16 answers

My Almost 3 Year Old Still Drools...

Hi moms... I have a almost three year old who still drools quite a bit and he is not teething. It wouldn't bother me so much except now that the weather has turned so cold and dry he has some pretty bad eczema under his mouth which looks painful. He had a speech eval earlier this year and the therapist commented about his drooling and suggested we go to an ENT and now his pediatrician has suggested we go see and ENT. I am going to make the appointment, but was wondering if anyone else has experienced this and what was done about it. Any suggestions of what I could do would be appreciated. I have been working with him as far as telling him when he is drooling to help him be aware of it (a suggestion from the speech therapist) as he has been drooling since he was three monthes old. Thank you.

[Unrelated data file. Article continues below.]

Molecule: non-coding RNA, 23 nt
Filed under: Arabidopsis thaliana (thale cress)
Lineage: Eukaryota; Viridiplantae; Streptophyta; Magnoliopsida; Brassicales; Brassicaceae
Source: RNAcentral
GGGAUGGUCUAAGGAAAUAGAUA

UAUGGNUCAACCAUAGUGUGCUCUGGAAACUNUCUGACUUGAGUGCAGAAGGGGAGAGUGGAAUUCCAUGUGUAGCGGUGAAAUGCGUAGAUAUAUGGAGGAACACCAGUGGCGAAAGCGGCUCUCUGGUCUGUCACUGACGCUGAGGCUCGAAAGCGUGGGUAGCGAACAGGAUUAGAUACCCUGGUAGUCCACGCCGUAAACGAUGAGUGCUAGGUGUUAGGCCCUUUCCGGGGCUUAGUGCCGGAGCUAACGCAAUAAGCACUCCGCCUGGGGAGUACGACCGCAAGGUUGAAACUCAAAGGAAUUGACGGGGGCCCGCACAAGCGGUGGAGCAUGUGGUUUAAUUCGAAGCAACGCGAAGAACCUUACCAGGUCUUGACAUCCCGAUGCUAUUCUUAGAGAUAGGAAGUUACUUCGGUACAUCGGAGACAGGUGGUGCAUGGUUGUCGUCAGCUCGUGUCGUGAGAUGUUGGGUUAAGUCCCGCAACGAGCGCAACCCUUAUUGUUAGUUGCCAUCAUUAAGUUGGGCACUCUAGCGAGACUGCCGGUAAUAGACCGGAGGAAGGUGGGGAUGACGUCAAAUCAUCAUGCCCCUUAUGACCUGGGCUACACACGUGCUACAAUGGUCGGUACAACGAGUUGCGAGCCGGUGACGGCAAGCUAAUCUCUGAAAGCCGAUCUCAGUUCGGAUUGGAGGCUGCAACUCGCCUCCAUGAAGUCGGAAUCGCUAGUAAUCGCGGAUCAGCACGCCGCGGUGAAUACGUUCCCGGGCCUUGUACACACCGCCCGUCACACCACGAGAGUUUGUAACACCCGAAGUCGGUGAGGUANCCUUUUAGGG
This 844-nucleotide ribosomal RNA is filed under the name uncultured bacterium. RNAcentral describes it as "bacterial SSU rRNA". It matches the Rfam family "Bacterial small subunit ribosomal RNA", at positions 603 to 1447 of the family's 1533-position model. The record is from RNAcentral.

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My brother was a big drooler. My mother was referred to an ENT and was told that he just had large tonsils. There was no medical need to ever remove his tonsils only because he drooled a bit more than normal. Growing up we all just made him aware when he was drooling and he grew to control it most of the times. From time to time as he got older, when he would talk fast he may have drooled a little but caught it right away. He's a grown man now and I can't remember the last time I saw him drool. I'd say he finally out grew it!

My friends little boy has the same problem, and she was told to have him drink out of straws to help strengthen his mouth muscles. It seems to be working, he's gotten a lot better at controling his drool, and it's only been about 2 months since they started this. Hope that can help!

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A mom I babysat for had the same concern for her daughter. She had her daughter evaluated by a team on experpts (occupational, speech, developmental, and physical therapies) through Easter Seals.